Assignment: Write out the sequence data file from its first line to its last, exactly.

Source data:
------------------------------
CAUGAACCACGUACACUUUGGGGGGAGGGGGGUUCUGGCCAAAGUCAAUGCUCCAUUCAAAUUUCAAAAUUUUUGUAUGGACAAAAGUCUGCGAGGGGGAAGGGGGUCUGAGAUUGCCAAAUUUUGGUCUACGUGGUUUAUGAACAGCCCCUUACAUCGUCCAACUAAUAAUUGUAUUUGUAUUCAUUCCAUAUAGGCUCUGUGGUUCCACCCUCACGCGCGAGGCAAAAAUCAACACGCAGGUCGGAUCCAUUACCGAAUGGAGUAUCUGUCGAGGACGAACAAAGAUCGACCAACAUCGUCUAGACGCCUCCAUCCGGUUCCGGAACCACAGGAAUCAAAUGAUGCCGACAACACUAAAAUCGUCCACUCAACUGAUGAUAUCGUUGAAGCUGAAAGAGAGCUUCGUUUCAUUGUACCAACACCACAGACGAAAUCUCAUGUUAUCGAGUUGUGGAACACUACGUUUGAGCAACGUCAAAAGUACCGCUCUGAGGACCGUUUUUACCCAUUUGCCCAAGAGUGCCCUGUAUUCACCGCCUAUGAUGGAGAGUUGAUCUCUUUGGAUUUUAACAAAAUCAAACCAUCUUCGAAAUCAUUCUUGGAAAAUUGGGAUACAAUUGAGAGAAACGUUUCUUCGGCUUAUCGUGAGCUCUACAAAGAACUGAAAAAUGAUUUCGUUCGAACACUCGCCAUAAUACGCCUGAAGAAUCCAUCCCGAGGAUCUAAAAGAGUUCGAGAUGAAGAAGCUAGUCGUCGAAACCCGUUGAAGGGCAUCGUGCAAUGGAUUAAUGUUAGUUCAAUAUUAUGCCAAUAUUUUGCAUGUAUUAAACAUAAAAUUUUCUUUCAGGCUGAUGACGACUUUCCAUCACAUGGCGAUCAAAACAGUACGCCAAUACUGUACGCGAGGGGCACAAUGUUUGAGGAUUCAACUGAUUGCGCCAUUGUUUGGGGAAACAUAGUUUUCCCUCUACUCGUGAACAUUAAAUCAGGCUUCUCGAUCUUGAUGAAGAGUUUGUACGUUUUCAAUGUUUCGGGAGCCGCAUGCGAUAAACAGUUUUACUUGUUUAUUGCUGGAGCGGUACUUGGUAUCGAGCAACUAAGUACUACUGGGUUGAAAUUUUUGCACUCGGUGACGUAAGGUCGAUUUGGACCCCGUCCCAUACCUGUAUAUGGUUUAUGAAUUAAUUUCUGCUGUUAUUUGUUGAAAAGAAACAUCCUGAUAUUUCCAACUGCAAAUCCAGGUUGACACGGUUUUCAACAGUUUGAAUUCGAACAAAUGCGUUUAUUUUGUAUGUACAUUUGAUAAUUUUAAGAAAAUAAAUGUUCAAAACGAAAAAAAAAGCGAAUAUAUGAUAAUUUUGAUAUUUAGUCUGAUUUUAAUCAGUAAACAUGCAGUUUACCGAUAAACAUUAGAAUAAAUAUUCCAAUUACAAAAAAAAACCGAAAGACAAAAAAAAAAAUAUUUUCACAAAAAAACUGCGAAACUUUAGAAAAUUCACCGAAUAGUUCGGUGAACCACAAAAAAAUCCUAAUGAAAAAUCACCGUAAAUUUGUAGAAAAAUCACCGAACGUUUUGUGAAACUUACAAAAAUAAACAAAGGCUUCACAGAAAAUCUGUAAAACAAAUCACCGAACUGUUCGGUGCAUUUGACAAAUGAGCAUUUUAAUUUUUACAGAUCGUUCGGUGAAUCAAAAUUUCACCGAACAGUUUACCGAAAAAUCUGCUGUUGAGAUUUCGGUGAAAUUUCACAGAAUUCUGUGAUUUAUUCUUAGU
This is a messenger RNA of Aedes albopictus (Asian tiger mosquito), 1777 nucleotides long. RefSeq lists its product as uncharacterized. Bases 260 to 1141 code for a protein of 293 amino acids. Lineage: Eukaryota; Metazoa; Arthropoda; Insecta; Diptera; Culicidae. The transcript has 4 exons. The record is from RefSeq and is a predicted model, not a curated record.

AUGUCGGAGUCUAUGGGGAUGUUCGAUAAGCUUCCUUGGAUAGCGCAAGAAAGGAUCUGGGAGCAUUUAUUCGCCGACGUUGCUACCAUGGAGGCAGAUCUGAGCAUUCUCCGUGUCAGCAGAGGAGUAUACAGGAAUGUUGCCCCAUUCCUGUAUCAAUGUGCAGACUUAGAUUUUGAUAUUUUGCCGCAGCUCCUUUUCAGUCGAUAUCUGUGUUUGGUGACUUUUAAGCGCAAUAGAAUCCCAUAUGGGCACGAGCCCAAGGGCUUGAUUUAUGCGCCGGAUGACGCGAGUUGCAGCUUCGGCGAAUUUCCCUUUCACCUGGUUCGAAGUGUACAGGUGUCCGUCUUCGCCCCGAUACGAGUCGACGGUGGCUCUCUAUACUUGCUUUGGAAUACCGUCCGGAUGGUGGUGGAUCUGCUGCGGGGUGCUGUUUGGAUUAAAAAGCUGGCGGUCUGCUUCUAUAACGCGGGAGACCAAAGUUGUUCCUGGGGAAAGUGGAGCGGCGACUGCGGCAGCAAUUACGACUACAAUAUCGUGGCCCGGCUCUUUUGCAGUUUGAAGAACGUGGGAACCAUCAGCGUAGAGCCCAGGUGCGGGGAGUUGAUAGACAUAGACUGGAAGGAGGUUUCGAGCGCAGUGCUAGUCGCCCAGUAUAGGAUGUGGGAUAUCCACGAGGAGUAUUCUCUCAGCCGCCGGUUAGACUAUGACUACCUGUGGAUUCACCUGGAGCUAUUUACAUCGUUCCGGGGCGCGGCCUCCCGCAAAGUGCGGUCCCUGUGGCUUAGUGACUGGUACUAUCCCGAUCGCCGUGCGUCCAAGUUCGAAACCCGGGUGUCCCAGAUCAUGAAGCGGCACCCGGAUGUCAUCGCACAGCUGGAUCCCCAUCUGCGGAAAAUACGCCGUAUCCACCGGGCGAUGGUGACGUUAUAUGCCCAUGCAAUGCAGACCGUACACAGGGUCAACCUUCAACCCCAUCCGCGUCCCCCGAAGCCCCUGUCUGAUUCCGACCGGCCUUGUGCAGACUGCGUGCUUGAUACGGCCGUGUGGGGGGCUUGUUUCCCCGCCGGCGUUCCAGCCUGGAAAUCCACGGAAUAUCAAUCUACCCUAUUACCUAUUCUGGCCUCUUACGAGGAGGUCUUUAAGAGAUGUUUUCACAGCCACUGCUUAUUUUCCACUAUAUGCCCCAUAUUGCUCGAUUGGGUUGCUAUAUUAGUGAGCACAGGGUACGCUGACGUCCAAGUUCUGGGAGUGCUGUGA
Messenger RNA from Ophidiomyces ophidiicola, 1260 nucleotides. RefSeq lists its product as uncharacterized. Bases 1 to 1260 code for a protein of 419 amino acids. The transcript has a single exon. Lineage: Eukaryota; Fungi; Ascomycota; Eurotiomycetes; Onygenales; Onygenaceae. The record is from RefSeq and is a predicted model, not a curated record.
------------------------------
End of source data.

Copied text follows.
CAUGAACCACGUACACUUUGGGGGGAGGGGGGUUCUGGCCAAAGUCAAUGCUCCAUUCAAAUUUCAAAAUUUUUGUAUGGACAAAAGUCUGCGAGGGGGAAGGGGGUCUGAGAUUGCCAAAUUUUGGUCUACGUGGUUUAUGAACAGCCCCUUACAUCGUCCAACUAAUAAUUGUAUUUGUAUUCAUUCCAUAUAGGCUCUGUGGUUCCACCCUCACGCGCGAGGCAAAAAUCAACACGCAGGUCGGAUCCAUUACCGAAUGGAGUAUCUGUCGAGGACGAACAAAGAUCGACCAACAUCGUCUAGACGCCUCCAUCCGGUUCCGGAACCACAGGAAUCAAAUGAUGCCGACAACACUAAAAUCGUCCACUCAACUGAUGAUAUCGUUGAAGCUGAAAGAGAGCUUCGUUUCAUUGUACCAACACCACAGACGAAAUCUCAUGUUAUCGAGUUGUGGAACACUACGUUUGAGCAACGUCAAAAGUACCGCUCUGAGGACCGUUUUUACCCAUUUGCCCAAGAGUGCCCUGUAUUCACCGCCUAUGAUGGAGAGUUGAUCUCUUUGGAUUUUAACAAAAUCAAACCAUCUUCGAAAUCAUUCUUGGAAAAUUGGGAUACAAUUGAGAGAAACGUUUCUUCGGCUUAUCGUGAGCUCUACAAAGAACUGAAAAAUGAUUUCGUUCGAACACUCGCCAUAAUACGCCUGAAGAAUCCAUCCCGAGGAUCUAAAAGAGUUCGAGAUGAAGAAGCUAGUCGUCGAAACCCGUUGAAGGGCAUCGUGCAAUGGAUUAAUGUUAGUUCAAUAUUAUGCCAAUAUUUUGCAUGUAUUAAACAUAAAAUUUUCUUUCAGGCUGAUGACGACUUUCCAUCACAUGGCGAUCAAAACAGUACGCCAAUACUGUACGCGAGGGGCACAAUGUUUGAGGAUUCAACUGAUUGCGCCAUUGUUUGGGGAAACAUAGUUUUCCCUCUACUCGUGAACAUUAAAUCAGGCUUCUCGAUCUUGAUGAAGAGUUUGUACGUUUUCAAUGUUUCGGGAGCCGCAUGCGAUAAACAGUUUUACUUGUUUAUUGCUGGAGCGGUACUUGGUAUCGAGCAACUAAGUACUACUGGGUUGAAAUUUUUGCACUCGGUGACGUAAGGUCGAUUUGGACCCCGUCCCAUACCUGUAUAUGGUUUAUGAAUUAAUUUCUGCUGUUAUUUGUUGAAAAGAAACAUCCUGAUAUUUCCAACUGCAAAUCCAGGUUGACACGGUUUUCAACAGUUUGAAUUCGAACAAAUGCGUUUAUUUUGUAUGUACAUUUGAUAAUUUUAAGAAAAUAAAUGUUCAAAACGAAAAAAAAAGCGAAUAUAUGAUAAUUUUGAUAUUUAGUCUGAUUUUAAUCAGUAAACAUGCAGUUUACCGAUAAACAUUAGAAUAAAUAUUCCAAUUACAAAAAAAAACCGAAAGACAAAAAAAAAAAUAUUUUCACAAAAAAACUGCGAAACUUUAGAAAAUUCACCGAAUAGUUCGGUGAACCACAAAAAAAUCCUAAUGAAAAAUCACCGUAAAUUUGUAGAAAAAUCACCGAACGUUUUGUGAAACUUACAAAAAUAAACAAAGGCUUCACAGAAAAUCUGUAAAACAAAUCACCGAACUGUUCGGUGCAUUUGACAAAUGAGCAUUUUAAUUUUUACAGAUCGUUCGGUGAAUCAAAAUUUCACCGAACAGUUUACCGAAAAAUCUGCUGUUGAGAUUUCGGUGAAAUUUCACAGAAUUCUGUGAUUUAUUCUUAGU
This is a messenger RNA of Aedes albopictus (Asian tiger mosquito), 1777 nucleotides long. RefSeq lists its product as uncharacterized. Bases 260 to 1141 code for a protein of 293 amino acids. Lineage: Eukaryota; Metazoa; Arthropoda; Insecta; Diptera; Culicidae. The transcript has 4 exons. The record is from RefSeq and is a predicted model, not a curated record.

AUGUCGGAGUCUAUGGGGAUGUUCGAUAAGCUUCCUUGGAUAGCGCAAGAAAGGAUCUGGGAGCAUUUAUUCGCCGACGUUGCUACCAUGGAGGCAGAUCUGAGCAUUCUCCGUGUCAGCAGAGGAGUAUACAGGAAUGUUGCCCCAUUCCUGUAUCAAUGUGCAGACUUAGAUUUUGAUAUUUUGCCGCAGCUCCUUUUCAGUCGAUAUCUGUGUUUGGUGACUUUUAAGCGCAAUAGAAUCCCAUAUGGGCACGAGCCCAAGGGCUUGAUUUAUGCGCCGGAUGACGCGAGUUGCAGCUUCGGCGAAUUUCCCUUUCACCUGGUUCGAAGUGUACAGGUGUCCGUCUUCGCCCCGAUACGAGUCGACGGUGGCUCUCUAUACUUGCUUUGGAAUACCGUCCGGAUGGUGGUGGAUCUGCUGCGGGGUGCUGUUUGGAUUAAAAAGCUGGCGGUCUGCUUCUAUAACGCGGGAGACCAAAGUUGUUCCUGGGGAAAGUGGAGCGGCGACUGCGGCAGCAAUUACGACUACAAUAUCGUGGCCCGGCUCUUUUGCAGUUUGAAGAACGUGGGAACCAUCAGCGUAGAGCCCAGGUGCGGGGAGUUGAUAGACAUAGACUGGAAGGAGGUUUCGAGCGCAGUGCUAGUCGCCCAGUAUAGGAUGUGGGAUAUCCACGAGGAGUAUUCUCUCAGCCGCCGGUUAGACUAUGACUACCUGUGGAUUCACCUGGAGCUAUUUACAUCGUUCCGGGGCGCGGCCUCCCGCAAAGUGCGGUCCCUGUGGCUUAGUGACUGGUACUAUCCCGAUCGCCGUGCGUCCAAGUUCGAAACCCGGGUGUCCCAGAUCAUGAAGCGGCACCCGGAUGUCAUCGCACAGCUGGAUCCCCAUCUGCGGAAAAUACGCCGUAUCCACCGGGCGAUGGUGACGUUAUAUGCCCAUGCAAUGCAGACCGUACACAGGGUCAACCUUCAACCCCAUCCGCGUCCCCCGAAGCCCCUGUCUGAUUCCGACCGGCCUUGUGCAGACUGCGUGCUUGAUACGGCCGUGUGGGGGGCUUGUUUCCCCGCCGGCGUUCCAGCCUGGAAAUCCACGGAAUAUCAAUCUACCCUAUUACCUAUUCUGGCCUCUUACGAGGAGGUCUUUAAGAGAUGUUUUCACAGCCACUGCUUAUUUUCCACUAUAUGCCCCAUAUUGCUCGAUUGGGUUGCUAUAUUAGUGAGCACAGGGUACGCUGACGUCCAAGUUCUGGGAGUGCUGUGA
Messenger RNA from Ophidiomyces ophidiicola, 1260 nucleotides. RefSeq lists its product as uncharacterized. Bases 1 to 1260 code for a protein of 419 amino acids. The transcript has a single exon. Lineage: Eukaryota; Fungi; Ascomycota; Eurotiomycetes; Onygenales; Onygenaceae. The record is from RefSeq and is a predicted model, not a curated record.